"There are two motives for reading a book; one, that you enjoy it; the other, that you can boast about it." — Bertrand Russell

Friday, 6 February 2015


This is my first cookbook review, so pardon me for any mistakes. Leanne Brown is a food-studies scholar and avid homecook in NYC by way of Canada. She released this book as a free PDF and after it went viral online, raised funds for prints.  For each one sold , a second copy will be given to a person or family who cannot afford it. In the author's words, she designed the recipes to fit the people on SNAP or food stamps in America.

But, the book is not only for the people on tight budget, but also for foodies across the world who seek food that nourishes the body as well as satisfies the taste buds. At first glance, I was drawn into the book by its catchy title and the big foodie in me started poking me to see what this simple looking book has to offer. It is tastefully designed and magnificently illustrated with color photos. After few handful tips on how to eat and shop well economically and some pantry basics- what you must have in your pantry, the book goes straight to the recipes, which are split into chapters for each meal-  Breakfast, Soup and Salad, Snacks, Slides and Small Bites, Dinner, Big Batch, Pantry, Drinks and Desserts.

Each recipe mentions the total expense incurred along with the cost per serving and tries to use as less ingredients as possible without compromising on the taste. The author has separated the add-on ingredients as additions and how to use them for additional flavour and depth. I loved the oatmeal section in the Breakfast ideas, which comprises of seven oatmeal recipes, with the taste varying from milky and sweet to savoury and salty. You’ll learn how to transform ingredients, even leftovers, into miraculous meals.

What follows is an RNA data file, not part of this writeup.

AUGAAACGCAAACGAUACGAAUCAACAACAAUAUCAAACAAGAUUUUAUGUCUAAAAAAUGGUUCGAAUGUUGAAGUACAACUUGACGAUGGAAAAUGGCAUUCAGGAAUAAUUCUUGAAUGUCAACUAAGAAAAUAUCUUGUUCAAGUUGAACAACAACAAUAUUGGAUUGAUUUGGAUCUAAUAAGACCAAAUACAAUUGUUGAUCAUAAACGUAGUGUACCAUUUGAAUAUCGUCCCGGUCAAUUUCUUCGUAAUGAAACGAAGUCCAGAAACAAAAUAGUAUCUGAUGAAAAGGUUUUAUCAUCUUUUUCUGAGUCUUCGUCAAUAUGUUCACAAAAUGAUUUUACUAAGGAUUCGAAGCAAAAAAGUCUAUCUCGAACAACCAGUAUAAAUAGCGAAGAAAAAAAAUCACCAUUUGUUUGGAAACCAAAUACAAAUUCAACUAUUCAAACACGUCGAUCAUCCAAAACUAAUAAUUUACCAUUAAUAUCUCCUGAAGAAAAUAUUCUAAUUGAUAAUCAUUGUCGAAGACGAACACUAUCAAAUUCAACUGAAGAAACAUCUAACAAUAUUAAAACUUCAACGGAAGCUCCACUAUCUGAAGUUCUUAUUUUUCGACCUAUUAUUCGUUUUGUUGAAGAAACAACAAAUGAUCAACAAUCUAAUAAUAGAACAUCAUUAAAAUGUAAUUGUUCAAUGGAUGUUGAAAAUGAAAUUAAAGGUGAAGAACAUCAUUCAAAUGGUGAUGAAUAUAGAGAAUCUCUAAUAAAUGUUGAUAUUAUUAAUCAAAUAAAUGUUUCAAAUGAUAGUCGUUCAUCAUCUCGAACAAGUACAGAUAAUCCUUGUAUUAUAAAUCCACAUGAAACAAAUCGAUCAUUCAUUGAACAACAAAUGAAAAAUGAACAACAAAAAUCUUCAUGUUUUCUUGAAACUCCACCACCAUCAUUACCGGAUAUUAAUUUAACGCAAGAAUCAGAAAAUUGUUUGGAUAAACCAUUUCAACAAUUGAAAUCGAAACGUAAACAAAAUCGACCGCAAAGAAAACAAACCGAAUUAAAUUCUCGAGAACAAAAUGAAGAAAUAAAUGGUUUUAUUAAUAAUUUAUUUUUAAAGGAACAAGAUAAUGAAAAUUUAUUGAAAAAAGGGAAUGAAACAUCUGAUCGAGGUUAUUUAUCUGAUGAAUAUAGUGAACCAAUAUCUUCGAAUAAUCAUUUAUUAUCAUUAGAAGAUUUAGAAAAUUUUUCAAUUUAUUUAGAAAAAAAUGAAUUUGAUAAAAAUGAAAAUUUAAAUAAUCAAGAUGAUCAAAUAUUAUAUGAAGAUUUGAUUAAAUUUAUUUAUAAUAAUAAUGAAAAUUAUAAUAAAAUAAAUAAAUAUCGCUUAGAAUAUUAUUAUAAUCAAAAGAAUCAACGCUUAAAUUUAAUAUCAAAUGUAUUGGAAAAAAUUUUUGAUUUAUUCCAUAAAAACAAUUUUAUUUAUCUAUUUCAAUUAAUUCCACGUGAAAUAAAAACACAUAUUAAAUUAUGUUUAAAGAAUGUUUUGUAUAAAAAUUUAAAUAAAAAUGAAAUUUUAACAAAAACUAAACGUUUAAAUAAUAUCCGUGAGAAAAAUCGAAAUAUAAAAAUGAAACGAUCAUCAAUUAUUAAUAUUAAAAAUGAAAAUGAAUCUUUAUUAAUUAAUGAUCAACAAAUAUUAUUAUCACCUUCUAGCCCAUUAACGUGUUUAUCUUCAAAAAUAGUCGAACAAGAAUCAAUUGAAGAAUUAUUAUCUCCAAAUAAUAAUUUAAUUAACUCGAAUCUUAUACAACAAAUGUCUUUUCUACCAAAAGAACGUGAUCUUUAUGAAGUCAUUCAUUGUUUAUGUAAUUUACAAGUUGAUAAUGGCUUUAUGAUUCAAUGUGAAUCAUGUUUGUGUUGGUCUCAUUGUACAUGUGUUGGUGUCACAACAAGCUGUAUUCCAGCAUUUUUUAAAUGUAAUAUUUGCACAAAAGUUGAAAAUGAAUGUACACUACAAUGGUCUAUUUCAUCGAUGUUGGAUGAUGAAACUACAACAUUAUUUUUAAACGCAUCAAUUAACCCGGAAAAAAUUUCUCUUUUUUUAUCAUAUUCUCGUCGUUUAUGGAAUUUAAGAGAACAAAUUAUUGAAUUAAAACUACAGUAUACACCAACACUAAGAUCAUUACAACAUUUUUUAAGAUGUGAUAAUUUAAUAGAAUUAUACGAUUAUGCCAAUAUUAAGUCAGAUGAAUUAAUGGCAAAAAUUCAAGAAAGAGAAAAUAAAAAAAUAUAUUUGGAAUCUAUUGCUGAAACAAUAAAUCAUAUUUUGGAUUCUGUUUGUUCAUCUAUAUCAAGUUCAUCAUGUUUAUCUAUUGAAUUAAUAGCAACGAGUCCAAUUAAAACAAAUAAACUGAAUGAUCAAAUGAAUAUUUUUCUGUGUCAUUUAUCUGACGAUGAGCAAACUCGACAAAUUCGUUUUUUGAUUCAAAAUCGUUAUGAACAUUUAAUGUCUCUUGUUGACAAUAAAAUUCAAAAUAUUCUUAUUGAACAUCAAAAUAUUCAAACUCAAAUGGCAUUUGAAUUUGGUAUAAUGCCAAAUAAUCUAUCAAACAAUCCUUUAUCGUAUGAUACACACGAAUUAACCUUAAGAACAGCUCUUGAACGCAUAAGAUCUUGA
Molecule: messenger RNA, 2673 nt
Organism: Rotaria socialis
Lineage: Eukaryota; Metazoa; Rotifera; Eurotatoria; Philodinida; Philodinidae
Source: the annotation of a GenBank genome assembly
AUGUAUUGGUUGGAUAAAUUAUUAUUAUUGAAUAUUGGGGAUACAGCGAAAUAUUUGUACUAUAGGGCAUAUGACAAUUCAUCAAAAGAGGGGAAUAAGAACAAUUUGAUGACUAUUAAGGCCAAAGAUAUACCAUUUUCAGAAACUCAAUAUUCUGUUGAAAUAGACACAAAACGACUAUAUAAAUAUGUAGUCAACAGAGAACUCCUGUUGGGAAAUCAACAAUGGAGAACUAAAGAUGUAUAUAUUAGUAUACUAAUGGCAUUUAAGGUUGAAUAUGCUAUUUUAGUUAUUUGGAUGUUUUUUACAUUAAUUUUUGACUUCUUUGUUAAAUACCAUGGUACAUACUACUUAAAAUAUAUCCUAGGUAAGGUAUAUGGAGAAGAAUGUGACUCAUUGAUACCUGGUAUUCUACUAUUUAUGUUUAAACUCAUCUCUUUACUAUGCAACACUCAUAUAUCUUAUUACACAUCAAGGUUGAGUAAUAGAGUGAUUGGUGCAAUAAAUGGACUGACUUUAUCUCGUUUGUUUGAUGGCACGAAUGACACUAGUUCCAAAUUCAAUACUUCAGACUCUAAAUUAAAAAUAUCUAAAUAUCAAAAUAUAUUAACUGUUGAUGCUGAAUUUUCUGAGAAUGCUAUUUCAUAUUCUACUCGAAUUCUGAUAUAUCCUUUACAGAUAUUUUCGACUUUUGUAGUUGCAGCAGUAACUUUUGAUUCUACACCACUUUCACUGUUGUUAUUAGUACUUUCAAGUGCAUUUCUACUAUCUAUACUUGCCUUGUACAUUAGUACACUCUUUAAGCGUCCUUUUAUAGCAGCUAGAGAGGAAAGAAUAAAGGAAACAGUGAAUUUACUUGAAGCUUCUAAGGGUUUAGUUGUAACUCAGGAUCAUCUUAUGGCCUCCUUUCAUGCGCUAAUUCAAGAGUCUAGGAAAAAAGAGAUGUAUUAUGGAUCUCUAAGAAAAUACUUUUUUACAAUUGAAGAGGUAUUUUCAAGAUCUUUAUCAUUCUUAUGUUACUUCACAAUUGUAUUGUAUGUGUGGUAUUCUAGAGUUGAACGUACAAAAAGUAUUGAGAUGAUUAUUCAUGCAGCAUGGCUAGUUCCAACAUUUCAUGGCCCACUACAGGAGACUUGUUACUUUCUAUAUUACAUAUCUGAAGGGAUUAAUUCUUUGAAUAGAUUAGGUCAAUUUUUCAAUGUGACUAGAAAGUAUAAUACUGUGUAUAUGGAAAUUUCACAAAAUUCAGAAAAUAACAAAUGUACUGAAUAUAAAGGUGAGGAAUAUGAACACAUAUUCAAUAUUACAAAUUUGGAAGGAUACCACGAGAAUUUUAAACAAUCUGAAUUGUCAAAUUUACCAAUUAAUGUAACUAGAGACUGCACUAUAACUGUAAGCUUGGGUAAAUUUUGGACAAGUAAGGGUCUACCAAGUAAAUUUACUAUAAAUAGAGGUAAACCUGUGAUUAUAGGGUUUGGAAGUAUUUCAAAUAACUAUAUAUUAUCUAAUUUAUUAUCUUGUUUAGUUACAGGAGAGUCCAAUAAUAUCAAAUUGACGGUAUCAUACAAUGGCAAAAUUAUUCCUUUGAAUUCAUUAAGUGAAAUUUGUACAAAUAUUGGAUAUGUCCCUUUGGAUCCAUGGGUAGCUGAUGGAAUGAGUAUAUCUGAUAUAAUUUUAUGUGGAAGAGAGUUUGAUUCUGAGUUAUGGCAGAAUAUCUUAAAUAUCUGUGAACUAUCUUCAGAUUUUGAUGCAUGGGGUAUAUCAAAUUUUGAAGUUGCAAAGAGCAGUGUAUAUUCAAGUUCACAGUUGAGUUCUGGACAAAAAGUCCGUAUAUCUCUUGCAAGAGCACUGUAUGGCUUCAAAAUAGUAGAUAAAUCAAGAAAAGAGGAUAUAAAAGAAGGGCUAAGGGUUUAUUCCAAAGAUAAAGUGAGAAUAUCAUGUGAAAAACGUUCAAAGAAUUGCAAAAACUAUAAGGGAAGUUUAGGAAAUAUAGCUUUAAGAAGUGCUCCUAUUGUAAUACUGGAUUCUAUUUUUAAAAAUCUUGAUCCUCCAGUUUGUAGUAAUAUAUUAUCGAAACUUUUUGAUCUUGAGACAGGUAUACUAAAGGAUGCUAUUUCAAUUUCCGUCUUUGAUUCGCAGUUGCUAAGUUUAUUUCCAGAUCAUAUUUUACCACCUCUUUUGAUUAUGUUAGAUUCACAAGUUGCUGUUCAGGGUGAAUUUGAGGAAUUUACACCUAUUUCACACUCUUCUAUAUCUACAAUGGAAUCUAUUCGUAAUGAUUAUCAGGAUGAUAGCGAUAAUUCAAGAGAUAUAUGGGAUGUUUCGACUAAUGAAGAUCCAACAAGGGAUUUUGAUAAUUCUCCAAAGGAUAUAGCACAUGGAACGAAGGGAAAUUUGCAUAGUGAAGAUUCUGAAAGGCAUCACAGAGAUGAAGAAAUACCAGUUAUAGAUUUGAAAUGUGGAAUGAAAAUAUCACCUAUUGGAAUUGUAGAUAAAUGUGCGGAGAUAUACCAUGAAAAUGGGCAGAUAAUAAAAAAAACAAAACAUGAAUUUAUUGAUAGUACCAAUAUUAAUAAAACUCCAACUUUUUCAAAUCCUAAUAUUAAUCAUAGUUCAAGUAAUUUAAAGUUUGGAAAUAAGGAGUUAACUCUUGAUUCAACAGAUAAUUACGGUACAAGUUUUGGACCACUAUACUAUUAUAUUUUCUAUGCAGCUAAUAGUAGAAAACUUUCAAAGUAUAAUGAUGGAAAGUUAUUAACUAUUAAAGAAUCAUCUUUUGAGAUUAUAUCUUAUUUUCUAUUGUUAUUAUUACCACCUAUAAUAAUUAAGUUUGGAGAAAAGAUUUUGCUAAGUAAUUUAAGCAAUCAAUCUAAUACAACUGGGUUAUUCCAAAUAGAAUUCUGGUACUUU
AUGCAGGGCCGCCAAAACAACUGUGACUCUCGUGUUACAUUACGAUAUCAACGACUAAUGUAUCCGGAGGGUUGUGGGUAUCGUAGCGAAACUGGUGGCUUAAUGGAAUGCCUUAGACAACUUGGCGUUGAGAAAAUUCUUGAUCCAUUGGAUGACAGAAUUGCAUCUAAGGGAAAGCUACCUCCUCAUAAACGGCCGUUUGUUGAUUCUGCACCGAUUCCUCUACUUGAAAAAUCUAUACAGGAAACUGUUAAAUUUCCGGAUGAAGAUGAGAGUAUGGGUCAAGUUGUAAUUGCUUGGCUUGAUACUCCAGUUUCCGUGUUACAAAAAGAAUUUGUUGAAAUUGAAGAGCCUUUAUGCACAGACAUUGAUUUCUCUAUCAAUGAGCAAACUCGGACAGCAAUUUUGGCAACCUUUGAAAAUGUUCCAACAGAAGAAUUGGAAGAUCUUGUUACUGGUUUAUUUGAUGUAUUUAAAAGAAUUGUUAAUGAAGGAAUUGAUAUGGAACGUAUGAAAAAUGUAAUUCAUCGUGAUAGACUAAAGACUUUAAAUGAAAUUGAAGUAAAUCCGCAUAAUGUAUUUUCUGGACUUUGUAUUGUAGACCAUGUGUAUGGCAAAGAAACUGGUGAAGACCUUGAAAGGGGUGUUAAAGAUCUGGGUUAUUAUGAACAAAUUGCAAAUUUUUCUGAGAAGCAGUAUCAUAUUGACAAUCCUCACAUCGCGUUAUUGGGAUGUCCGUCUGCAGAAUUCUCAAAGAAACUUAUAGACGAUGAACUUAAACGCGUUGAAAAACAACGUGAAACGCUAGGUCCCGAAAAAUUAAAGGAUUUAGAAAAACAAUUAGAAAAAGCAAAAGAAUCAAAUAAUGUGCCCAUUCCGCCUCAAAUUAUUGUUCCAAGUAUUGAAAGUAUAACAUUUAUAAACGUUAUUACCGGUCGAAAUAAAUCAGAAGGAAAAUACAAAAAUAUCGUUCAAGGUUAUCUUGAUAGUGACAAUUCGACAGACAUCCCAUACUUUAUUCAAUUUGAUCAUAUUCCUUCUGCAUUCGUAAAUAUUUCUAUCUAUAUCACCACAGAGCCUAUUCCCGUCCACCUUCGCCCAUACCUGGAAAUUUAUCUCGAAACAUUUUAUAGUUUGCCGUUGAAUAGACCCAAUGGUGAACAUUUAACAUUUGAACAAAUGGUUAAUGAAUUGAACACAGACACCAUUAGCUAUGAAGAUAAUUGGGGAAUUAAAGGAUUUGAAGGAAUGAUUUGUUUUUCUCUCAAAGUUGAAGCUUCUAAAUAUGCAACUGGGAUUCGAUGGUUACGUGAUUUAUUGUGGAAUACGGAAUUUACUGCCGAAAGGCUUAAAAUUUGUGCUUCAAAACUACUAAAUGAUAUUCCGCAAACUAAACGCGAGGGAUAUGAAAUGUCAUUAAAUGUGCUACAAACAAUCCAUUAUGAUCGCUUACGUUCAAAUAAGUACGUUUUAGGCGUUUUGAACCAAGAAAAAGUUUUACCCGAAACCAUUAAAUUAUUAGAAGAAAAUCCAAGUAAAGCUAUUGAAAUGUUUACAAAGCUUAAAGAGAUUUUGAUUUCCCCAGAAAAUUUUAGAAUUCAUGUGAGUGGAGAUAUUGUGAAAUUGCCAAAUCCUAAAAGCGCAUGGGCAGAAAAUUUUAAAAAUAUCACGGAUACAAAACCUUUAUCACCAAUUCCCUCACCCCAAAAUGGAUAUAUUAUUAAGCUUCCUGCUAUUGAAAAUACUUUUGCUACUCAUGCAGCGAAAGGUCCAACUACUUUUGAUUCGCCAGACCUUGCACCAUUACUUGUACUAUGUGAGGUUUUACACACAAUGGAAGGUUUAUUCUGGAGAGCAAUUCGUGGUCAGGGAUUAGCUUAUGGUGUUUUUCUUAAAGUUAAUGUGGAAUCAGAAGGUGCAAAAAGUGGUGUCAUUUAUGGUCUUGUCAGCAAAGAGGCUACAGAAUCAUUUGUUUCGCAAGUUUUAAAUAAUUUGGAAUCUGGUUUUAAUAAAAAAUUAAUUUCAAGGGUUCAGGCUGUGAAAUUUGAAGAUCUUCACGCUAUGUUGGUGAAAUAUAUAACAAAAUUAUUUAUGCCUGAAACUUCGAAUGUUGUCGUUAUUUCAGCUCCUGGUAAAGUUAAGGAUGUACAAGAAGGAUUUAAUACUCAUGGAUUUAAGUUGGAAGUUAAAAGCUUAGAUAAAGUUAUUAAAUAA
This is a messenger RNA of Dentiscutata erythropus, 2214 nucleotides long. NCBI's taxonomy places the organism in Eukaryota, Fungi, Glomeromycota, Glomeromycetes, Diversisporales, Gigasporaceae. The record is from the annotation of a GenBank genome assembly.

Instead of just sticking to one or two cuisines as most cookbooks these days do, the author covers Asian, Oceanian along with her native American cuisines and a wide variety of European cuisines. The language is aimed at home cooks and basically new learners. Instead of mere instructions in the procedure, the author suggests what not to do and even why the step is necessary at all. She has also divided some well known recipes into fast and slow methods. So this book serves the beginners really well.

What I missed in this book is the duration of each recipe. But since the book houses really quick and simple recipes with the main limelight on how much you need to spend to get each recipe right, it can be omitted.

So readers seeking what their plating or flavour profiles or techniques say about their personal cooking style, turn away immediately. This book is simply not for the restaurant professionals and the expert. Someone like me, who has just stepped into the art of cooking, the book is the best thing that happened to me. It is like having my mum by my side. 

Many thanks to Netgalley and Workman Publishing Company for an ARC of this book. The book is going to hit the stores on July 14,2015. You can also download a free PDF version from http://www.leannebrown.com/#what-is-good-and-cheap. But remember for every copy you buy, someone not so affluent can lay their hands on the print version of this book.


SKILL LEVEL: Easy and Medium

WHO THIS BOOK IS FOR: Beginners and Intermediate

WHO THIS BOOK IS NOT FOR: Professionals and Experts

RECIPES TO TRY: Oatmeal (page 17), Yogurt Smash (32), Lightly Curried Butternut Squash Soup (40), Spicy Panzanella (51), Poutine (74), Beef Stroganoff (108), Spicy, Crunchy Creamy Polenta (124), Chana Masala (133), Deviled Eggs 8 ways (148), Pierogi (150), Tzatziki (158), Fast Melon Sorbet (148), Peach Coffee Cake (192).

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